A huge iceberg has calved – cracked off – the Pine Island Glacier (know as ‘PIG’ for short) in Antarctica, according to a report on February 11, 2020, from ESA. At over 115 square miles (300 square km), about the size of the island nation of Malta, this huge berg very quickly broke into many ‘PIGlet’ pieces.
The new iceberg was not unexpected. Thanks to satellite images, two large rifts in the glacier were spotted last year and scientists have been keeping a close eye on how quickly these cracks were growing.
The animation above uses 57 radar images captured by the Copernicus Sentinel-1 satellite mission between February 2019 and February 2020 (the last frame is from February 11, 2020) and shows just how quickly the emerging cracks grew and led to this calving event.
According to a statement from ESA:
Pine Island Glacier, along with its neighbor Thwaites Glacier, connect the center of the West Antarctic Ice Sheet with the ocean – together discharging significant quantities of ice into the ocean. These two glaciers have been losing ice over the last 25 years … Since the early 1990s, the Pine Island Glacier’s ice velocity has increased dramatically to values which exceed 10 meters (30 feet) a day. Its floating ice front, which has an average thickness of approximately 500 meters (1,600 feet), has experienced a series of calving events over the past 30 years, some of which have abruptly changed the shape and position of the ice front.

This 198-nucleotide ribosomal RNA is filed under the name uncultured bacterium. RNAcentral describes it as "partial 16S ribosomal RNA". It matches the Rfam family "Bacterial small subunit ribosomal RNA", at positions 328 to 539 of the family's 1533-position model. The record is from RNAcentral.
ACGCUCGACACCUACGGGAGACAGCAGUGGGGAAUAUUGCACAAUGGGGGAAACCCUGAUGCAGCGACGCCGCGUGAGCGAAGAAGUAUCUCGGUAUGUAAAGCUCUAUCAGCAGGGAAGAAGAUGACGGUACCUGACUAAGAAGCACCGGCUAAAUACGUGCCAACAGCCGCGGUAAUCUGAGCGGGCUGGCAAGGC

Bottom line: Video shows iceberg cracking off Antarctica’s Pine Island Glacier.
Eleanor Imster has helped write and edit EarthSky since 1995. She was an integral part of the award-winning EarthSky radio series almost since it began until it ended in 2013. Today, as Lead Editor at EarthSky.org, she helps present the science and nature stories and photos you enjoy. She also serves as one of the voices of EarthSky on social media platforms including Facebook, Twitter and G+. She and her husband live in Tennessee and have two grown sons.